Tailwind and the death of web craftsmanship | Jeff Sandberg

I have used Tailwind on various projects. I think for prototyping and quick proof of concepts, for one-off projects that never need to be updated, it has some advantages. But for code that you want to last; code that needs to be maintained; code that should have thought applied to it, Tailwind has issues. Jeff has done a great job of outlining what those issues are, pointing out that CSS is currently undergoing a CSS3-level reinvention that solves almost all of the issues Tailwind purportedly solves, but better, and offering some additional thoughts around the edges of why Tailwind seems to have been adopted so rapidly.

On how Tailwind causes long-term debugging headaches, particularly for those of us who build/debug in the browser (read: front-end specialists): 

Yeah, you might have auto-completion in your editor, but the browser inspector is utterly neutered. You can't use the applied styles checkbox, because you'll wind up disabling a style for every usage of that tailwind class.
Due to the tailwind compiler, which was a solution to the "shipping massive amounts of CSS" problem, you don't have a guarantee that the class you're trying to poke into the inspector view will actually exist.

On the needless repetition of writing CSS via Tailwind (or any utility-class-only system):

You can't chain selectors. If you want your hover, focus, and active classes to be the same, you have to write them all.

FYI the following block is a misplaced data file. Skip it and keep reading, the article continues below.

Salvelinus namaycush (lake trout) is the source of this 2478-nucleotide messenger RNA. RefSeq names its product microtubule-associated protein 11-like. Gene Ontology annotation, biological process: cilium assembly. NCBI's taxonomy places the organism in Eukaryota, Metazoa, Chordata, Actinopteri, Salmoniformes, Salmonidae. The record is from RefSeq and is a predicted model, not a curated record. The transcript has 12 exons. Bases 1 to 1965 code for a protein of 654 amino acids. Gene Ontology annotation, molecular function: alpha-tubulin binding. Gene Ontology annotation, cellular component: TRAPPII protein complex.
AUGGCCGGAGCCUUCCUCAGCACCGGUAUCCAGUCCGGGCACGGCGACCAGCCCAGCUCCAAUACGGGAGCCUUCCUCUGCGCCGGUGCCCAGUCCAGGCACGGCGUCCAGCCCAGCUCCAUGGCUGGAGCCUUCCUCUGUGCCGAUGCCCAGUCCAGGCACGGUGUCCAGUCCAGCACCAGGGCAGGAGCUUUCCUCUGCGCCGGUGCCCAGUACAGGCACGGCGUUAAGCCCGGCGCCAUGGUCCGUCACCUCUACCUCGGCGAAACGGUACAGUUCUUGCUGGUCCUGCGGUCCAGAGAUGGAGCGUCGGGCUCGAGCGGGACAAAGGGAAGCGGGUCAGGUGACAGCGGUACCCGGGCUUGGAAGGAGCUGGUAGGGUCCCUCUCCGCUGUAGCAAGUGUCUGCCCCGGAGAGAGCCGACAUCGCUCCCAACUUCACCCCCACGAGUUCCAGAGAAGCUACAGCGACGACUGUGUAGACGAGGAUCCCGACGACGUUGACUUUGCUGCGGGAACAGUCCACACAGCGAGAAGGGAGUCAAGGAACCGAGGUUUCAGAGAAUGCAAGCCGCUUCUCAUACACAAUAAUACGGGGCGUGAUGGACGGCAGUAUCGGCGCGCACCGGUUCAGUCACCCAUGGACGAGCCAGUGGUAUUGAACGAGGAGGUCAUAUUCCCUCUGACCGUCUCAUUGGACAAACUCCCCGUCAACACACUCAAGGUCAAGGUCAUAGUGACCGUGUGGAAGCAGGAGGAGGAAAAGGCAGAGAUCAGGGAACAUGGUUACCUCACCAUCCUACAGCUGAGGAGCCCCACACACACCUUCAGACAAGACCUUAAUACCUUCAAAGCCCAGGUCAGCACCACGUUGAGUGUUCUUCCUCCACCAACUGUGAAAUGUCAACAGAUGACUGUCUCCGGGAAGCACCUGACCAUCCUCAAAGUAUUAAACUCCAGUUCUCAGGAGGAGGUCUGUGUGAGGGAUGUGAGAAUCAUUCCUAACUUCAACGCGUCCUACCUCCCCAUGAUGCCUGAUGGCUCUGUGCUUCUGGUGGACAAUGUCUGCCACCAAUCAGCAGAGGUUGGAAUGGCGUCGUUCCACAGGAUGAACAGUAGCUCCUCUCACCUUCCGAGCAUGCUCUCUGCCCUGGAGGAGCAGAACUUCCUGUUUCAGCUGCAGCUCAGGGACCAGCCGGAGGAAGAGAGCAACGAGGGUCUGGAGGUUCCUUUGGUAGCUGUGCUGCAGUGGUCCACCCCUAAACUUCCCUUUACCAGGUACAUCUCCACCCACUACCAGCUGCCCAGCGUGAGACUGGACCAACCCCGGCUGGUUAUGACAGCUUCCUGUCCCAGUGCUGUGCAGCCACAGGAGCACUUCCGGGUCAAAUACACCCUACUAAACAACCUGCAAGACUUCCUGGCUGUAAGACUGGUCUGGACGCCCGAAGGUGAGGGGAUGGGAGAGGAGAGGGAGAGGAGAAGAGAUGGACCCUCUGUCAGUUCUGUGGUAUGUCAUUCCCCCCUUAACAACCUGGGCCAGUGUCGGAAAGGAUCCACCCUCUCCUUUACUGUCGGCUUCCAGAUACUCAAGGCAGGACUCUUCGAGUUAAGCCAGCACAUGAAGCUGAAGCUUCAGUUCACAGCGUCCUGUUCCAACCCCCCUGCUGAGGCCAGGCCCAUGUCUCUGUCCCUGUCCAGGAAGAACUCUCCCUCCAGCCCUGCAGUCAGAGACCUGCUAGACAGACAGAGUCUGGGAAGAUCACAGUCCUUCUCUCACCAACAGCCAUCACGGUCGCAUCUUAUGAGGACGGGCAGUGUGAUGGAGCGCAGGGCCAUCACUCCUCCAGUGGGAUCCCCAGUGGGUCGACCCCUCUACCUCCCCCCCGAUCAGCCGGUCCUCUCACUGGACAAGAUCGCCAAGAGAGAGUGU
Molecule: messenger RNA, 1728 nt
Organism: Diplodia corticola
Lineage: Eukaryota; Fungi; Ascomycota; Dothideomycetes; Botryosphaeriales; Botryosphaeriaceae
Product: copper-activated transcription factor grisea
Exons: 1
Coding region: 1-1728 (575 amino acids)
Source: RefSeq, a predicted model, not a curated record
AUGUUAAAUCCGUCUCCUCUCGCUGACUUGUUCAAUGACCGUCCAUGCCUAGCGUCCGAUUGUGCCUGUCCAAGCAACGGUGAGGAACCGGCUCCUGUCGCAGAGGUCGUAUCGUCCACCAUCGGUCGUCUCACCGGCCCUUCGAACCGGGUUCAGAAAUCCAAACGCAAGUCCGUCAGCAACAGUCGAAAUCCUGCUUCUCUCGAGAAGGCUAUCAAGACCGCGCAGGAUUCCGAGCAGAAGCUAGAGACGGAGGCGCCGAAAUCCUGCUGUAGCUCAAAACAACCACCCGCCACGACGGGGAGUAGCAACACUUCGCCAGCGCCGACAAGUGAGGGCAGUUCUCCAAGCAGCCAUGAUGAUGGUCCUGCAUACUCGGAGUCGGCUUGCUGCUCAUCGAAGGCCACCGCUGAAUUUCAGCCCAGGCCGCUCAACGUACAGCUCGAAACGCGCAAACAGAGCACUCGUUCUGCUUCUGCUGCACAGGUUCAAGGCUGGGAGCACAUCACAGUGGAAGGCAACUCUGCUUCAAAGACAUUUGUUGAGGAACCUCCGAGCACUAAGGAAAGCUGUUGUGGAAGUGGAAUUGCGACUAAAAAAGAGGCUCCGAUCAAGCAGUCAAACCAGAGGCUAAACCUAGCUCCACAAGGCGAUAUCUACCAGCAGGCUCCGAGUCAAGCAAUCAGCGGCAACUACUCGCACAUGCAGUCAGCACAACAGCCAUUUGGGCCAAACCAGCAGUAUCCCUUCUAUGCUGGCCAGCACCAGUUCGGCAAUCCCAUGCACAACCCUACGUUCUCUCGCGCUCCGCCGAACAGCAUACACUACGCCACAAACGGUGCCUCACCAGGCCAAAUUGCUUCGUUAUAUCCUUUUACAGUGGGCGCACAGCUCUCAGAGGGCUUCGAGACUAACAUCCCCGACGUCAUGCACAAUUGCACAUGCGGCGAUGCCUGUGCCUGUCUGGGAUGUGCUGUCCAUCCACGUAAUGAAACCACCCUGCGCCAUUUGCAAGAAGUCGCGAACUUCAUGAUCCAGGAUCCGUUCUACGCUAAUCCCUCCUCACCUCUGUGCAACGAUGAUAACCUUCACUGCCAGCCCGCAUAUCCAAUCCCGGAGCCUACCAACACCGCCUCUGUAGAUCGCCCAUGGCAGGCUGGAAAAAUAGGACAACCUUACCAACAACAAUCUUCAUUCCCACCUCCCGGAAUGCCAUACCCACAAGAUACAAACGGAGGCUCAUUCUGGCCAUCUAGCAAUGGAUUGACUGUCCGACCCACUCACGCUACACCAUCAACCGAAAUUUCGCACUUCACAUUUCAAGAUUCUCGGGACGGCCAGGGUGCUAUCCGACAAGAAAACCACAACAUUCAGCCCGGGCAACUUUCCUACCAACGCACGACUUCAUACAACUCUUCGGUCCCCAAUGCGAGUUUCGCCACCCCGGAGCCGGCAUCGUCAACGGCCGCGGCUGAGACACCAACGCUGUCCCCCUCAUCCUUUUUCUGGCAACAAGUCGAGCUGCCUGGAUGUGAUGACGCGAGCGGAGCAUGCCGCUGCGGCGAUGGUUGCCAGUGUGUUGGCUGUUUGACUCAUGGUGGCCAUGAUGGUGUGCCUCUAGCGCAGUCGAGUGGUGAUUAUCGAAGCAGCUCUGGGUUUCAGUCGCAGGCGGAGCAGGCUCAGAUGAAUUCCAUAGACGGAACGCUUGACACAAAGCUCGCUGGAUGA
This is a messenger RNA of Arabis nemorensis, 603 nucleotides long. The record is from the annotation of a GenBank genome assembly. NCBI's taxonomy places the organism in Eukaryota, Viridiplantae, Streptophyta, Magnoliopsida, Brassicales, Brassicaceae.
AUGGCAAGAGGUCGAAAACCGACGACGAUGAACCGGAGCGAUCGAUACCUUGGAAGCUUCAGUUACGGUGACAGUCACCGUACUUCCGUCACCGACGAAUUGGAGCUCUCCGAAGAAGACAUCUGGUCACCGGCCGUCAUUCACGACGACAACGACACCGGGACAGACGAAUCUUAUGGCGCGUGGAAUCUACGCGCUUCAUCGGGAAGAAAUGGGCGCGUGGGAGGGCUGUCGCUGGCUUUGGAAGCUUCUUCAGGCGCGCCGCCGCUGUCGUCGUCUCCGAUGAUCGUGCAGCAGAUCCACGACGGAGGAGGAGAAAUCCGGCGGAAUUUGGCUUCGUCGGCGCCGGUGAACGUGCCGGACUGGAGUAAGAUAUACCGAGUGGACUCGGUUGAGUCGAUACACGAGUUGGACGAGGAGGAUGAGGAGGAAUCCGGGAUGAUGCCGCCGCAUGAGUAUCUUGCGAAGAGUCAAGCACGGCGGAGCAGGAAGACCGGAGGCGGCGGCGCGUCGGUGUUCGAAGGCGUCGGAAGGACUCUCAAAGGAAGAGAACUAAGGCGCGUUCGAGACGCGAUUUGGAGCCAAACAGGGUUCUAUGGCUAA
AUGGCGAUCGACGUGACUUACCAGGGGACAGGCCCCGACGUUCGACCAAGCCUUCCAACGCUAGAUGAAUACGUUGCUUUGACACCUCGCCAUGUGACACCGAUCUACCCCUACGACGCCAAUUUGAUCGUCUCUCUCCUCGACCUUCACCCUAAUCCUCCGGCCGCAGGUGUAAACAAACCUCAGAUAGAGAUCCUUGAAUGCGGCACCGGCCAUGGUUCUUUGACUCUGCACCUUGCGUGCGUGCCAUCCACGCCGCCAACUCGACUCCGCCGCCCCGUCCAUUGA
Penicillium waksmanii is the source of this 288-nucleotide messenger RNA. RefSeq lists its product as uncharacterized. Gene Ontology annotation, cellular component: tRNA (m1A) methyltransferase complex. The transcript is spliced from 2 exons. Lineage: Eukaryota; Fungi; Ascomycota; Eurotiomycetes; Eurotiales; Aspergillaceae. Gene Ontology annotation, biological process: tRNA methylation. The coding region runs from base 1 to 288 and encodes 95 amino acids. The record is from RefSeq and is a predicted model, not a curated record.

On the issues with declaring "specificity is the devil" or "the cascade is too complex to scale" and refusing to use the language as designed:

Tailwind, and other utility frameworks, throw out the best and most often misunderstood aspects of CSS. CSS was explicitly designed with certain features, that, while complicated, are immensely useful once you can master them. The cascade, selector chaining (see above), and specificity are all very powerful tools. If you misunderstand them, yeah you can cut yourself. Just like if you don't use a saw properly you can cut yourself.
Selector chaining, particularly with the advent of new CSS selectors like is and where, allows very clean reuse of common bits of CSS. You get to separate the properties that affect how something looks from what is being affected. It's obvious, but in tailwind, you don't get that.

And on how Tailwind still has specificity even if proponents like to argue it doesn't (a breed of specificity with no clear method to work around, no less, which often causes bigger headaches than the native cascade would have in the first place):

And it's a lie to say you don't have to worry about specificity in tailwind; tailwind has its own specificity. Classes are read left-to-right by the browser, and so if you do b-1 bg-blue b-2, guess what? Your element gets both b-1 and b-2, and the browser will probably choose b-2 as your border, and throw away b-1.

On @apply:

@apply is a gigantic code-smell, it goes against everything tailwind supposedly stands for, and doesn't make writing your CSS any easier.

On who advocates the loudest for Tailwind:

The people I've seen who are most excited over tailwind are generally those that would view frontend as something they have to do, not something they want to do.

On how Tailwind's time (if it ever truly existed) may be coming to an end:

I've seen other engineers, of all levels, stuck in a mire of bad CSS, and so to them maybe Tailwind seems like a lifesaver. But CSS is better now. It's not perfect, but it's better than its ever been, and it's better than tailwind. Give it another try.

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